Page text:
Hello everyone, I still have a blog, and I'm back!
Wow, it's been quite a while since I posted.
And the truth is, I was just not in a place for most of the fall where I felt that I could be talking about my recovery.
Because I was struggling. A lot.
I was on shaky ground for most of the fall, thinking that I "had it under control" or that my seemingly inevitable relapse into my eating disorder "wasn't that bad."
After about Thanksgiving I started to slide in a way that I hadn't seen before. My disordered behaviors got much more frequent and severe than they had ever been...
At the insistence of my team, I once again called a treatment center for an assessment. I figured it was best that I pursue treatment in Denver as I'd be around family and able to lean on them for support.
And so I started treatment again at Eating Recovery Center on January 2nd. This time I was admitted into PHP (Partial hospitalization program), which met 12 hours a day, 7 days a week.
Looking back, it's truly incredible the amount of work I was able to accomplish in the 3 weeks that I was there. My insurance cut me after 2 weeks, because in their minds, severe eating disorders can be stabilized in 2 weeks?! That's a story for another post...
I struggled a lot this time in treatment to really find my WHY for recovery, and to become motivated to do it for myself. Every other time I've been in treatment I've done it, at least in part, for someone else, whether that was a significant other, my family, or my team.
I struggled with the invalidation that came up time and time again as I fought back against the voices and messages that told me I was less valid, less worthy, in my experiences. That because of my body and relative medical stability, I didn't deserve my current level of care.
I struggled with believing that I was in the right place, and that I deserved treatment, good treatment, too. I struggled to believe that I also deserve a life full of recovery, without my eating disorder.
That I deserve life, too.
The community at ERC was nothing short of spectacular, and I feel extremely blessed for the time that I did have there. They helped me through the really bad and hard days (which there were plenty of), and gave me the space to do the work.
They reminded me time and time again that I was worth recovery, treatment, and life.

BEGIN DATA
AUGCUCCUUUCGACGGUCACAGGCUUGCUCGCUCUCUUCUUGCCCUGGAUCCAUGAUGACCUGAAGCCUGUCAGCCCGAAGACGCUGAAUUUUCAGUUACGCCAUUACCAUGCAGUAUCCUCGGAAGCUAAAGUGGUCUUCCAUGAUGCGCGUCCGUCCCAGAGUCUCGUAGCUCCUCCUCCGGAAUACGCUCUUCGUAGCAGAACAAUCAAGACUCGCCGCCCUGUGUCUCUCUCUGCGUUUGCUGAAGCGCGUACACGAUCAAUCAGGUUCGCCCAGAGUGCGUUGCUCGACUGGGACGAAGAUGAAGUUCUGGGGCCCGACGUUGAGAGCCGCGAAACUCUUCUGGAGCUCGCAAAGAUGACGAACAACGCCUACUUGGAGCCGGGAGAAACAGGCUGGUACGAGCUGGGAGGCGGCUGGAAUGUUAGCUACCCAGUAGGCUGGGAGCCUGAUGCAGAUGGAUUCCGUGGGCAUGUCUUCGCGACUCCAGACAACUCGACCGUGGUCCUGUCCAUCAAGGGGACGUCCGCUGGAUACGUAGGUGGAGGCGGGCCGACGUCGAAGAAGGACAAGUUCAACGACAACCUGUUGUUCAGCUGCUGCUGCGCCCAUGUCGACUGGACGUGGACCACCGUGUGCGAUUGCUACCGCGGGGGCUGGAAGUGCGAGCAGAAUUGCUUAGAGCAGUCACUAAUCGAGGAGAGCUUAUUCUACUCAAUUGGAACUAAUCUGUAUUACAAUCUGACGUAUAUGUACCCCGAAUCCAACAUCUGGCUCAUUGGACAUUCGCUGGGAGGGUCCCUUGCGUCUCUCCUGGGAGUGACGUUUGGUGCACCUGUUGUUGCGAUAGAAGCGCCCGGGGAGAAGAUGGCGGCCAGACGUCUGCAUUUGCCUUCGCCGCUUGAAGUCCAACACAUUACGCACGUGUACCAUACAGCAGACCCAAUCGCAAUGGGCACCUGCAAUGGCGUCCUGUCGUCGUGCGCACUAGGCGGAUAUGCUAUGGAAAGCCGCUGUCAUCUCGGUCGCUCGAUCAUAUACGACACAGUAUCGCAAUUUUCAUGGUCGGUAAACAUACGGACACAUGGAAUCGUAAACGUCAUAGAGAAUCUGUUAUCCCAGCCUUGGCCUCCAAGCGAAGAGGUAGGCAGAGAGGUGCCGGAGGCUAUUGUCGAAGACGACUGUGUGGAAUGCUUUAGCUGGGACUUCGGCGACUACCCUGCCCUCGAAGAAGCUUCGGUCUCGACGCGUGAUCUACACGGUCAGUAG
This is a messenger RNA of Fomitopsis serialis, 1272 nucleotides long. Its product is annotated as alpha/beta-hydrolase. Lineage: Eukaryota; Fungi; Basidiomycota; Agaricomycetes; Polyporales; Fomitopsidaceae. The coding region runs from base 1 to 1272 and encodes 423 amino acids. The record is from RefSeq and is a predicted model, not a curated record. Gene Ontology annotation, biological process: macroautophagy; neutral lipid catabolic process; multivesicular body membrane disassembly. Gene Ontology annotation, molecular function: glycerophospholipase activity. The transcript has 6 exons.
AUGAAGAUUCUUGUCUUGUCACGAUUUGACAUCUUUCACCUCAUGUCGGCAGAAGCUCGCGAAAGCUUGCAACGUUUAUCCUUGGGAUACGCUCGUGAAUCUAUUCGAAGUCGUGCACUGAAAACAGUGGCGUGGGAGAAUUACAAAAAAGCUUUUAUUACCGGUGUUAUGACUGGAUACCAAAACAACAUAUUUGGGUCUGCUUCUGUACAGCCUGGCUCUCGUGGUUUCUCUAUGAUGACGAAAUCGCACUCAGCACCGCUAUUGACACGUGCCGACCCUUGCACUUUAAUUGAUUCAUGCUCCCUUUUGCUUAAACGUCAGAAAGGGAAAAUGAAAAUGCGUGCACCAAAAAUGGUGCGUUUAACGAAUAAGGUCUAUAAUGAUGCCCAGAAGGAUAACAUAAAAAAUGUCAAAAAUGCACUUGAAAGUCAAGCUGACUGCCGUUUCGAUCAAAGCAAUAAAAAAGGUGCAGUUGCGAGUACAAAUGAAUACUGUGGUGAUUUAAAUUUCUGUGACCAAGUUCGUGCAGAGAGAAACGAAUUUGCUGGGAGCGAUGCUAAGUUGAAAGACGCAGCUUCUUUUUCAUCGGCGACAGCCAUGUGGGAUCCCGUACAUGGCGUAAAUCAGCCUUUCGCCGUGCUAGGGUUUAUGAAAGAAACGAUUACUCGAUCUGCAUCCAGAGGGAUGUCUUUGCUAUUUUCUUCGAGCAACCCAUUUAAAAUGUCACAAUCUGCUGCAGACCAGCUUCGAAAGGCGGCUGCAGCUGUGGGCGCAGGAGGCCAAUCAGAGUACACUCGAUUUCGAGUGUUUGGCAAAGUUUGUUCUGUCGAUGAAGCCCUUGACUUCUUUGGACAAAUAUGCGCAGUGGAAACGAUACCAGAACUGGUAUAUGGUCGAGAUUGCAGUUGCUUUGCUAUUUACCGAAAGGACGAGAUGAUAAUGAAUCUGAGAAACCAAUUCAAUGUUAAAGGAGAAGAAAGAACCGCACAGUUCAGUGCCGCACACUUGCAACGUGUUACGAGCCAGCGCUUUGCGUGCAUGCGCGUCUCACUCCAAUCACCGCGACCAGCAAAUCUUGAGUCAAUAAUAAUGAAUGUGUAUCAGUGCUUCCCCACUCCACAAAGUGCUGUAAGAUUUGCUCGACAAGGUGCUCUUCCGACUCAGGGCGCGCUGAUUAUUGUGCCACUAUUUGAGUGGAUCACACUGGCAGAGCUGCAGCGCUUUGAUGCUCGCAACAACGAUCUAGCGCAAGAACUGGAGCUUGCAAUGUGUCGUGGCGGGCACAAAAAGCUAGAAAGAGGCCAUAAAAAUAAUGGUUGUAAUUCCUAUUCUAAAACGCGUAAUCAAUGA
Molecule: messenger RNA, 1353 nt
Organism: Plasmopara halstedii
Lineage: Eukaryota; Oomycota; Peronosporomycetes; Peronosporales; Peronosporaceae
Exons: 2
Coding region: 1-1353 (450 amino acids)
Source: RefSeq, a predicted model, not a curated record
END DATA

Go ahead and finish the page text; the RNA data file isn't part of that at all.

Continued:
The word "worthy" continued to come up throughout my stay here. My community continually reminded me of this. My treatment team and the amazing staff were regularly challenging me to believe it.
And eventually, amazingly, I started to think that maybe, just maybe, I too was worthy of all of this.
There was a poignant moment in our psychodrama group where this became overwhelmingly clear. One of my friends was picked to play my infuriating case manager from my insurance company, while I switched between acting as myself, and playing her.
We went back and forth for a while, until the therapist eventually had one person come over and pull my arm, telling me that I was right, I wasn't actually worth it, and the insurance company was right too... that I didn't deserve this, and I would never recover.
I stood up and (with some profane language) told her that actually, I DID deserve recovery, regardless of what they said. That I would choose recovery, even when it felt impossible, because I was worthy of it. And that I was going to go finish my degree so that I could help others recognize they deserve it, too, even in the face of the bullshit that insurance companies constantly put us through.
The entire atmosphere in the room changed when I said that, as I stood, triumphant, tears streaming down my face.
Our therapist then had everyone come and pull the other arm, if they agreed that I deserved recovery, and could find that, regardless of the lies I was being told.
Every single person grabbed the other arm--an amazing reminder that I had my community behind me, backing me up, even when I found it hard to believe myself.
It was one of the most powerful moments that I had there.
As I eventually discharged and made my way back to NYC, I started thinking about getting another tattoo, with the word "worthy" ringing so loud in my mind that I knew I had to get it.
Two days after my return to the city I was with one of my close friends, catching up with her over beers at a German Biergarten. I confessed to her that I NEEDED to get this word tattooed on myself, as soon as possible. She instantly found a tattoo shop with good ratings that took walk-ins, which was located just a block away. Less than an hour later, there we were.
I chose my wrist so that it's a constant reminder that I AM WORTHY of treatment, recovery, and life outside this disease.
As I pondered what font to get my new tattoo in, a thought occurred to both myself and my friend at the same time.
"What if I did it in my handwriting?"
And so, this is the result. A love letter to myself, so to speak. A tattoo of a powerful word and reminder, in my own handwriting, to remind me just that:
I am worthy.
Worthy of life.
Worthy of love.
Worthy of everything that I believe the people around me are worthy of.
And worthy of a life without my eating disorder.
And that's the best reminder (and Valentine's Day love letter) I could think of.
Hi, I'm Charlotte! I'm a 24 year old navigating life in NYC and mental health recovery. I am passionate about public health and eliminating stigma.